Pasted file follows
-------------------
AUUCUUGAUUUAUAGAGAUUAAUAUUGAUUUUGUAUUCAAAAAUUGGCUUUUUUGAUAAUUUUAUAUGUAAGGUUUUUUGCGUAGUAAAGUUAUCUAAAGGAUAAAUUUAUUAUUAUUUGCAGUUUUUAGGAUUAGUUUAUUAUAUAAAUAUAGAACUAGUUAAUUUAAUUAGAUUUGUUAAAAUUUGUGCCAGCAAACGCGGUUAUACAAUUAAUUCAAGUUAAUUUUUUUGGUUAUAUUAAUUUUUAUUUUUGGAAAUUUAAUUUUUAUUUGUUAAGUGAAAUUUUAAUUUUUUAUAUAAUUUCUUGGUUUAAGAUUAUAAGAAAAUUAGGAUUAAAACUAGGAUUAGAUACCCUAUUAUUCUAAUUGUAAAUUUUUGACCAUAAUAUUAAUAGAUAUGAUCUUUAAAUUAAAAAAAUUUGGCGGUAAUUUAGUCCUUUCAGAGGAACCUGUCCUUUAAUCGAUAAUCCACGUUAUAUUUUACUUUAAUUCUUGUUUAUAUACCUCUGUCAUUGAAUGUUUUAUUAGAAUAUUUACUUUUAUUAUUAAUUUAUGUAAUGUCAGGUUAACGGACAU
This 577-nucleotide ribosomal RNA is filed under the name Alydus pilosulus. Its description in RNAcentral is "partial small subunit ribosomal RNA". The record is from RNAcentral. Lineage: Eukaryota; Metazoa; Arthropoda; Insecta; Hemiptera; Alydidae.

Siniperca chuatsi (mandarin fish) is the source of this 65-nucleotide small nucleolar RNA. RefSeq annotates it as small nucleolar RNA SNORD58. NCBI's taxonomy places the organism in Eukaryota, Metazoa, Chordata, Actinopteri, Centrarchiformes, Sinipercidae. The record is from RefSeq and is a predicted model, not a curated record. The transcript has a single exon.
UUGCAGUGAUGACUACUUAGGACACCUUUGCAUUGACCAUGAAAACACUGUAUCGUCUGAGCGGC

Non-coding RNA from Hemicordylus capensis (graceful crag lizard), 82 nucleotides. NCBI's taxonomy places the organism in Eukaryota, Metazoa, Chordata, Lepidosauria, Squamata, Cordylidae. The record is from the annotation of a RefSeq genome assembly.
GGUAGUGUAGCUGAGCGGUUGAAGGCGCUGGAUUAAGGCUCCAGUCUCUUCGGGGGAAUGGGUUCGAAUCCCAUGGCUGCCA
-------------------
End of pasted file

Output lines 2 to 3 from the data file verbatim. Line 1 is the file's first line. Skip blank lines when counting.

This 577-nucleotide ribosomal RNA is filed under the name Alydus pilosulus. Its description in RNAcentral is "partial small subunit ribosomal RNA". The record is from RNAcentral. Lineage: Eukaryota; Metazoa; Arthropoda; Insecta; Hemiptera; Alydidae.

Siniperca chuatsi (mandarin fish) is the source of this 65-nucleotide small nucleolar RNA. RefSeq annotates it as small nucleolar RNA SNORD58. NCBI's taxonomy places the organism in Eukaryota, Metazoa, Chordata, Actinopteri, Centrarchiformes, Sinipercidae. The record is from RefSeq and is a predicted model, not a curated record. The transcript has a single exon.